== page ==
• Hekaton runtime system - integration with SQL server and providing helpers needed by compiled code

Hekaton also heavily leverages existing SQL server services - you can refer to the paper for more details.

Storage and Indexing

Hekaton supports hash index with lock-free hashtable and range-index with Bw-tree (a novel lock-free version of B-tree).

Following table is a good example:


  • Both hash-index and Bw-tree index stores pointers to the actual data
  • Hash-index are divided by hash-buckets - so bucket J points to start of all the names begin with J. All data within same bucket are linked together
  • Different versons of the same key are also linked to provide MVCC support. The begin/end time describes the transaction timestamp range when the value is valid and the range is strictly non-overlapping. All the reads have a read-time and only matching records would be returned.

During update, the record being updated has its end time marked with transaction id (Txn75 in the diagram) to indicating it is being updated, and any new record will have its start time to be the transaction id as well indicating it is a new record not being committed (the end time being infinity). Once the transaction commits, it updates the time to commit time. Old versions are garbage collected when they are no longer visible to any transaction, and done cooperatively by all worker threads.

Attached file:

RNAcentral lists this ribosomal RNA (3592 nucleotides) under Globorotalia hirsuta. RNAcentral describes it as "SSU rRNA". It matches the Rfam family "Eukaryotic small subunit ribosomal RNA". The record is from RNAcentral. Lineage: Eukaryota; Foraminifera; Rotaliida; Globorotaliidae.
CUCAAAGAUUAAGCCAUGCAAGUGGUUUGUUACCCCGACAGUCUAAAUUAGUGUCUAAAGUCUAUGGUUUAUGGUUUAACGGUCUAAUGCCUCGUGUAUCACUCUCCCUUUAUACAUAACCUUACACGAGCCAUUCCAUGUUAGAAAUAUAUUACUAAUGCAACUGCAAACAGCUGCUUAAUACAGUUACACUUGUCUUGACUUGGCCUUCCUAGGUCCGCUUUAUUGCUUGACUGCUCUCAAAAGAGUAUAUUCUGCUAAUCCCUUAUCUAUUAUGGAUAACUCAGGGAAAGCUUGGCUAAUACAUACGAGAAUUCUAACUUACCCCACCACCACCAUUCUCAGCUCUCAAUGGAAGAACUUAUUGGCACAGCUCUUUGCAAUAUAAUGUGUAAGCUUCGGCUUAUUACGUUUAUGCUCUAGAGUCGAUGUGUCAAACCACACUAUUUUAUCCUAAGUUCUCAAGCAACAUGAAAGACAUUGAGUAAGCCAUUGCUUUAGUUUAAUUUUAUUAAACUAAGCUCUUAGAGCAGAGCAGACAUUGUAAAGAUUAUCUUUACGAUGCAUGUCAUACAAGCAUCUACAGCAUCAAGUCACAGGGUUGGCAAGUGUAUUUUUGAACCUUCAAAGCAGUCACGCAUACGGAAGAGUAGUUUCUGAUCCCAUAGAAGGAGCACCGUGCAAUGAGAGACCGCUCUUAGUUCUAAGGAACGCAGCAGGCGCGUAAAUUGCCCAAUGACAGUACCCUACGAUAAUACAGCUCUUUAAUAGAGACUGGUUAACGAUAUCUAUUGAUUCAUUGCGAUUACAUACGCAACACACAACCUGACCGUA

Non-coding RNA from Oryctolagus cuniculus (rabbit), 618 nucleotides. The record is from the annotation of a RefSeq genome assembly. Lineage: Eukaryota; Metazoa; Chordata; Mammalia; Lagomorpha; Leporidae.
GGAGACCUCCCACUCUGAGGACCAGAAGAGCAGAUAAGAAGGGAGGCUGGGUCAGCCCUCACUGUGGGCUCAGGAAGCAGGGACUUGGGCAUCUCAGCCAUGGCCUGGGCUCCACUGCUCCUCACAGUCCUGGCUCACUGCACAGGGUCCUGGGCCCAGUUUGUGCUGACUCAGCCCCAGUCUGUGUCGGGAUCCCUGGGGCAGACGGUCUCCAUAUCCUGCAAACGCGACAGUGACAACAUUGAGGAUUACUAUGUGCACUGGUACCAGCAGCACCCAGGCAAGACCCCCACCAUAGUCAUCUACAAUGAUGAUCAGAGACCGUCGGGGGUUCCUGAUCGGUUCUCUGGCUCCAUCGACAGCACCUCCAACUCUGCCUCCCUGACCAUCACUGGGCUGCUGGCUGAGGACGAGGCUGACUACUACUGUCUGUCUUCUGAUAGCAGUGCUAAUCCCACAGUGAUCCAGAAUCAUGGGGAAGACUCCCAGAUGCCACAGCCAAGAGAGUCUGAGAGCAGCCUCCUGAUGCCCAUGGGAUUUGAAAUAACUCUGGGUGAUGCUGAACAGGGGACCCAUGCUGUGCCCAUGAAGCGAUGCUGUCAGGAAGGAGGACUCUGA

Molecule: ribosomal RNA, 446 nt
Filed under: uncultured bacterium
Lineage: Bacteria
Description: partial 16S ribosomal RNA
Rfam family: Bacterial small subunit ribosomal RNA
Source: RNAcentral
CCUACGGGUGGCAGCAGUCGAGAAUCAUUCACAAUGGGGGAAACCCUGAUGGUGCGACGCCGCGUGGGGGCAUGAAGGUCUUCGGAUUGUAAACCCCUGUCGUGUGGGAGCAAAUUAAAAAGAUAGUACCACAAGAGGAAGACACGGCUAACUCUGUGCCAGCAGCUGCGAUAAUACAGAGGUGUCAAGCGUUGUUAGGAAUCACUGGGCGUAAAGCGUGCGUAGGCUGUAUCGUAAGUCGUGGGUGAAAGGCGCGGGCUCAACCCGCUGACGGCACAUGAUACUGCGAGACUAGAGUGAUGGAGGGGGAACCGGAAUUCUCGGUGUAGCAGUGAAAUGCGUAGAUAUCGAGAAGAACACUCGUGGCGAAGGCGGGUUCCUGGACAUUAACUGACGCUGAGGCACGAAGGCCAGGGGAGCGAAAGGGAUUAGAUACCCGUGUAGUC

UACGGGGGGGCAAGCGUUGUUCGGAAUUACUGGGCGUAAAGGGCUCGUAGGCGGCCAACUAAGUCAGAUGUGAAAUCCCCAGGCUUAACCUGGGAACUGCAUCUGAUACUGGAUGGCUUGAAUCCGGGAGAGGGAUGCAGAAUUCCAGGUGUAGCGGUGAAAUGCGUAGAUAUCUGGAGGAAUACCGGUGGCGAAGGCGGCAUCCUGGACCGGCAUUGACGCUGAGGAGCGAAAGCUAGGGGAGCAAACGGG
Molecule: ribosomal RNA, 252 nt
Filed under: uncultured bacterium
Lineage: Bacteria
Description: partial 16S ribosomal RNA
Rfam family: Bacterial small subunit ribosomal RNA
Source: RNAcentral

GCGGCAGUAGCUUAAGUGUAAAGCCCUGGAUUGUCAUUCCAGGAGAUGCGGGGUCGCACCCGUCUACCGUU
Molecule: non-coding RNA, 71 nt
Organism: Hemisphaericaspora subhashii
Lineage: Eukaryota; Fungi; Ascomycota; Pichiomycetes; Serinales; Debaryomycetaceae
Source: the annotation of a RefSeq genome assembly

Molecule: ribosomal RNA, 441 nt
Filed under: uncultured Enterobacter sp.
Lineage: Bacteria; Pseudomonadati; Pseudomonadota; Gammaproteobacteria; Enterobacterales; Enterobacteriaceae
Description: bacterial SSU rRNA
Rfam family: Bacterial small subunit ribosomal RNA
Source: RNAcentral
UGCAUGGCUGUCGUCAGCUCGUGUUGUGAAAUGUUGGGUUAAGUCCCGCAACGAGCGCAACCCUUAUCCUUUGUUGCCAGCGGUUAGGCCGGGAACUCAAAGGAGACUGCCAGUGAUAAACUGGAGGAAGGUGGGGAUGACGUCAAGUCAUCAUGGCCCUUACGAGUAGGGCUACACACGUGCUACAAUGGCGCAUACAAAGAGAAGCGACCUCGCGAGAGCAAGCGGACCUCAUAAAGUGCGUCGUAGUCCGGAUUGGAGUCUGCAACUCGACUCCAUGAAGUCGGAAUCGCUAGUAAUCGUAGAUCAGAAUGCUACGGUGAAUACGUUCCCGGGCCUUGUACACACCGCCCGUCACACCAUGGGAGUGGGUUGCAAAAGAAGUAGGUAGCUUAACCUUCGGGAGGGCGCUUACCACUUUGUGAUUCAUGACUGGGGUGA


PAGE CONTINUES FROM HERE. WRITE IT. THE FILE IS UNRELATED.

Programming and Compilation

Typically DBMS use a “interpreter” style execution model to execute SQL statements. Hekaton compiler reuses SQL server T-SQL compiler stack (metadata, parser, name resolution, type derivation, and query optimizer). The output is C code and compiled with Microsoft VC++ into a DLL which gets loaded and executed at runtime.

As part of creation a new table, the schema functions such as hashing function, record comparison, and record serialization are compiled as well and available for index operations such as search / inserts. As a result those operation are quite efficient.

Ideally, these functions should be compiled together with SQL statements as well so that they can be properly inlined if needed, though the normal caveat of inlining applies.

A SQL statement is compiled into MAT (Mixed Abstract Tree) which is a rich abstract syntax tree representing metadata, imperative logic, and query plans. It is then converted into PIT (Pure Imperative Tree) that is more easily converted into C or other intermediate representations. The following picture shows the high-level flow: